Recombinant human erythropoietin to target cognitive dysfunction in bipolar disorder: a double-blind, randomized, placebo-controlled phase 2 trial

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Recombinant human erythropoietin to target cognitive dysfunction in bipolar disorder : a double-blind, randomized, placebo-controlled phase 2 trial. / Miskowiak, Kamilla Woznica; Ehrenreich, Hannelore; Christensen, Ellen M; Kessing, Lars Vedel; Vinberg, Maj.

In: Journal of Clinical Psychiatry, Vol. 75, No. 12, 12.2014, p. 1347-1355.

Research output: Contribution to journalJournal articleResearchpeer-review

Harvard

Miskowiak, KW, Ehrenreich, H, Christensen, EM, Kessing, LV & Vinberg, M 2014, 'Recombinant human erythropoietin to target cognitive dysfunction in bipolar disorder: a double-blind, randomized, placebo-controlled phase 2 trial', Journal of Clinical Psychiatry, vol. 75, no. 12, pp. 1347-1355. https://doi.org/10.4088/JCP.13m08839

APA

Miskowiak, K. W., Ehrenreich, H., Christensen, E. M., Kessing, L. V., & Vinberg, M. (2014). Recombinant human erythropoietin to target cognitive dysfunction in bipolar disorder: a double-blind, randomized, placebo-controlled phase 2 trial. Journal of Clinical Psychiatry, 75(12), 1347-1355. https://doi.org/10.4088/JCP.13m08839

Vancouver

Miskowiak KW, Ehrenreich H, Christensen EM, Kessing LV, Vinberg M. Recombinant human erythropoietin to target cognitive dysfunction in bipolar disorder: a double-blind, randomized, placebo-controlled phase 2 trial. Journal of Clinical Psychiatry. 2014 Dec;75(12):1347-1355. https://doi.org/10.4088/JCP.13m08839

Author

Miskowiak, Kamilla Woznica ; Ehrenreich, Hannelore ; Christensen, Ellen M ; Kessing, Lars Vedel ; Vinberg, Maj. / Recombinant human erythropoietin to target cognitive dysfunction in bipolar disorder : a double-blind, randomized, placebo-controlled phase 2 trial. In: Journal of Clinical Psychiatry. 2014 ; Vol. 75, No. 12. pp. 1347-1355.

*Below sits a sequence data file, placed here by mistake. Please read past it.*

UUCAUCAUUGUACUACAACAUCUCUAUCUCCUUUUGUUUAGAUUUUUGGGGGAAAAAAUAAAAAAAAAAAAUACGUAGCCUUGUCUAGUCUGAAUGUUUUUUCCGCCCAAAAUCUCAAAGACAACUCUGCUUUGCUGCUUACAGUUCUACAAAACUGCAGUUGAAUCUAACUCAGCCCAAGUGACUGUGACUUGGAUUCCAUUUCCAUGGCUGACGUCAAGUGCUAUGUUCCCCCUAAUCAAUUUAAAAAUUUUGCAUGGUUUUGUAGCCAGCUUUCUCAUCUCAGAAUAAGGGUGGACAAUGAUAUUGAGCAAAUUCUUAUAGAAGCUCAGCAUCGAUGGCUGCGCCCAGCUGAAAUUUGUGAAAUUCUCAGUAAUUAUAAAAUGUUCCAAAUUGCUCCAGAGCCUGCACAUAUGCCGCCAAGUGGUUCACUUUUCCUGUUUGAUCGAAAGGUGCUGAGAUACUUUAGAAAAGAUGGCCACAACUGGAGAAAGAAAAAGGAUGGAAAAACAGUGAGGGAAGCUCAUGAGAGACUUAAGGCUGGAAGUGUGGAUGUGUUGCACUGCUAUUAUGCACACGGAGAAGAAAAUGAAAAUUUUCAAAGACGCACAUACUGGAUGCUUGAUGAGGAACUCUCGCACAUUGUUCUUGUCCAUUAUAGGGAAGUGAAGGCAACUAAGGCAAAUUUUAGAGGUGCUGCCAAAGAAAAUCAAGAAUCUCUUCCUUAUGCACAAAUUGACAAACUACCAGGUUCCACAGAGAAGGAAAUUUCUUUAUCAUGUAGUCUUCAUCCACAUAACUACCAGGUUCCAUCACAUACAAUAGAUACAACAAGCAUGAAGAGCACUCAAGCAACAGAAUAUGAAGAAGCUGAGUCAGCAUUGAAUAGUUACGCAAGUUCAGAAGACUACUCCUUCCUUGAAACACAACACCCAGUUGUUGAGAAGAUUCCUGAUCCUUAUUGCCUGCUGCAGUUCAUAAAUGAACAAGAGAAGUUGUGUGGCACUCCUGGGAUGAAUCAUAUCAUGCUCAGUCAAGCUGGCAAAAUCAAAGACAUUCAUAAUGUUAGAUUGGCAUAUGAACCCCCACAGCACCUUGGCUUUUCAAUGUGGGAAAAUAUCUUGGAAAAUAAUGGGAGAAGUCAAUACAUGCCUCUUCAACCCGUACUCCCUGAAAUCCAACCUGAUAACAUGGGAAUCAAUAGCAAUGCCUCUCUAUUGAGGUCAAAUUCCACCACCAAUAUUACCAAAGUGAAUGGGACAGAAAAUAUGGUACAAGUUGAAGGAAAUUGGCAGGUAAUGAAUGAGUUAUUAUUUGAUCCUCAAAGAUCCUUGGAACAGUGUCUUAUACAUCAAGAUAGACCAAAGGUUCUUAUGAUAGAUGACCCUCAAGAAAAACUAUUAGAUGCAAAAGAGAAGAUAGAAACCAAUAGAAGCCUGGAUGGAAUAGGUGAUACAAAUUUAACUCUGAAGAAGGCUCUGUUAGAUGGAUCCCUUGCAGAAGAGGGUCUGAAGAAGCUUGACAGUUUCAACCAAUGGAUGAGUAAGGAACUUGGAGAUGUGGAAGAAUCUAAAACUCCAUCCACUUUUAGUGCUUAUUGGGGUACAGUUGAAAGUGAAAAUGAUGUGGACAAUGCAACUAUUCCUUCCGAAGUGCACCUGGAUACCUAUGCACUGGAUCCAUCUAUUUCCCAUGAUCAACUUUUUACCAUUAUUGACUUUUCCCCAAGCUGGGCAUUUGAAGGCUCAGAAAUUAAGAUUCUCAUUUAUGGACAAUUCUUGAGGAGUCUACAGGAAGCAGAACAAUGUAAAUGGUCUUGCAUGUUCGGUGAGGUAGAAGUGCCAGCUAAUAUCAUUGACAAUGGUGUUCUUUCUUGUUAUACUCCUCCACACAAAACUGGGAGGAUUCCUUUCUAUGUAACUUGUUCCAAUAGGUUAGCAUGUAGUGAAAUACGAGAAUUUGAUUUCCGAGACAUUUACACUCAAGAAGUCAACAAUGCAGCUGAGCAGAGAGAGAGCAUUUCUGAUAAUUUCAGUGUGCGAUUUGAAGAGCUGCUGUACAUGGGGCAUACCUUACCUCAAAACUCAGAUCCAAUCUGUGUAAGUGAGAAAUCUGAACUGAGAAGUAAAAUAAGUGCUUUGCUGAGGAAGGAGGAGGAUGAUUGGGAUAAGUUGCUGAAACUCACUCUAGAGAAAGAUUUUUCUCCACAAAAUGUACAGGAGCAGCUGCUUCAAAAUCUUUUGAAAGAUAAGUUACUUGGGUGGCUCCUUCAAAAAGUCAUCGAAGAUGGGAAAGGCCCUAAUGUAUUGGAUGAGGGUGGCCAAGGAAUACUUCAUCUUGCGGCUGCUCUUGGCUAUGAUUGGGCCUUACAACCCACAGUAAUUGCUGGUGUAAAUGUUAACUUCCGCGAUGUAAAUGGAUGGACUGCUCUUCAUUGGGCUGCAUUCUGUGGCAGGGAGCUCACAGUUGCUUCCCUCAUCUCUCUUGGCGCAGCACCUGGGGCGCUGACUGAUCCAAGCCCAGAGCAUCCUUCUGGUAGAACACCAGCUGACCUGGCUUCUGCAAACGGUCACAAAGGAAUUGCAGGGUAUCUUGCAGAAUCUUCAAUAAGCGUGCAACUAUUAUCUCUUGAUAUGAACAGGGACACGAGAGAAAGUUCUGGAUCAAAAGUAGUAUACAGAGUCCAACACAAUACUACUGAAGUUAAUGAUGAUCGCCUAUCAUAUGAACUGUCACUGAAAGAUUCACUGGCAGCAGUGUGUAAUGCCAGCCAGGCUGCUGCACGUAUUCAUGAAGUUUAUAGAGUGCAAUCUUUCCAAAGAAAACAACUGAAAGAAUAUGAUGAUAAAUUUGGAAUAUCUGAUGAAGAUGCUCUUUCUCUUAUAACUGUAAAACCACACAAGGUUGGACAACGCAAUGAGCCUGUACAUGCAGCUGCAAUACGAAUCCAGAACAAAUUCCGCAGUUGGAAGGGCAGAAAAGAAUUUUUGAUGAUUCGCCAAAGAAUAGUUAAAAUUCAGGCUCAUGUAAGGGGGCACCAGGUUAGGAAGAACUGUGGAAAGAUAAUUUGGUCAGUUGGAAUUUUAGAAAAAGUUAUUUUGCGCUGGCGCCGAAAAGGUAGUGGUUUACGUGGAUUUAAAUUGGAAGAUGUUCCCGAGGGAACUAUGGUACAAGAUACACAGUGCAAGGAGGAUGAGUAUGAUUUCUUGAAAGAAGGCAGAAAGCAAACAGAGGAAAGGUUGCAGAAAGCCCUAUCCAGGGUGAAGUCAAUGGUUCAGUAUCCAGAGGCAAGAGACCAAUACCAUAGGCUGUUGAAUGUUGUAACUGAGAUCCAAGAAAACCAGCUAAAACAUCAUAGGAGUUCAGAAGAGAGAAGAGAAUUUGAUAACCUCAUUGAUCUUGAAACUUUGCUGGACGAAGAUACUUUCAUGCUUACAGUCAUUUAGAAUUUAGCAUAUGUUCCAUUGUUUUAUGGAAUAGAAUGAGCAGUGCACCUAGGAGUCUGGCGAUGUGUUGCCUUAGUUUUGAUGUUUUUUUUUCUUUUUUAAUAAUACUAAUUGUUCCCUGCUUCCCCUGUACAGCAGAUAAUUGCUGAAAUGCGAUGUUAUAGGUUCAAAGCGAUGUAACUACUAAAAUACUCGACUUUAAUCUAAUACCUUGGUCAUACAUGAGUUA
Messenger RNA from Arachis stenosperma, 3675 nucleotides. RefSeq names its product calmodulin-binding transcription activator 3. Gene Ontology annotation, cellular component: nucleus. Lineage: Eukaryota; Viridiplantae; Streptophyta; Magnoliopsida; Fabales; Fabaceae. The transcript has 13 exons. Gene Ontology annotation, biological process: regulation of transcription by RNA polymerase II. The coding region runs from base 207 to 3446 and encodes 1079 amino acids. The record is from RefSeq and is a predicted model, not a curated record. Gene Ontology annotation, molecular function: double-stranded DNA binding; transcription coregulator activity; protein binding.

Bibtex

@article{fd8ddfc3f9f14067a7e7ef7b84559731,
title = "Recombinant human erythropoietin to target cognitive dysfunction in bipolar disorder: a double-blind, randomized, placebo-controlled phase 2 trial",
abstract = "OBJECTIVE: Available drug treatments for bipolar disorder fail to reverse patients' cognitive deficits. Erythropoietin has neurotrophic actions and aids neurocognitive function. The aim of the study was to investigate the potential of erythropoietin to treat cognitive dysfunction in bipolar disorder.METHOD: Patients with an ICD-10 diagnosis of bipolar disorder in remission were randomized, with stratification by age and gender, to receive 8 weekly erythropoietin (40,000 IU) or saline (sodium chloride [NaCl], 0.9{\%}) infusions in a double-blind, parallel-group design. The first patient was randomized in September 2009 and last assessment was completed in October 2012. Patients were assessed at baseline and at weeks 9 and 14. The primary outcome was change in verbal memory indexed by the total words recalled across Rey Auditory Verbal Learning Test learning trials (I-V) from baseline to week 9; secondary outcomes were sustained attention and facial expression recognition; and tertiary outcomes were attention, executive function, subjective cognitive function, and mood. Analysis was by intention to treat, using repeated-measures analysis of covariance adjusted for stratification variables and mood. The statistical threshold for which results were considered significant was P ≤ .05 (2-tailed).RESULTS: 44 patients were randomized; given 1 dropout after baseline, results were analyzed for 43 patients (erythropoietin: n = 23; saline: n = 20). There was no significant improvement of verbal memory in erythropoietin versus saline groups (P = .10). However, erythropoietin enhanced sustained attention (P = .001), recognition of happy faces (P = .03), and speed of complex information processing across learning, attention, and executive function (P = .01). These effects occurred in absence of changes in simple reaction times or mood (P values ≥ .16) and were maintained after red blood cell normalization.CONCLUSIONS: This is the first trial investigating erythropoietin to treat cognitive dysfunction in bipolar disorder. The findings highlight erythropoietin as a candidate treatment for deficits in attention and executive function in bipolar disorder.TRIAL REGISTRATION: ClinicalTrials.gov identifier: NCT00916552.",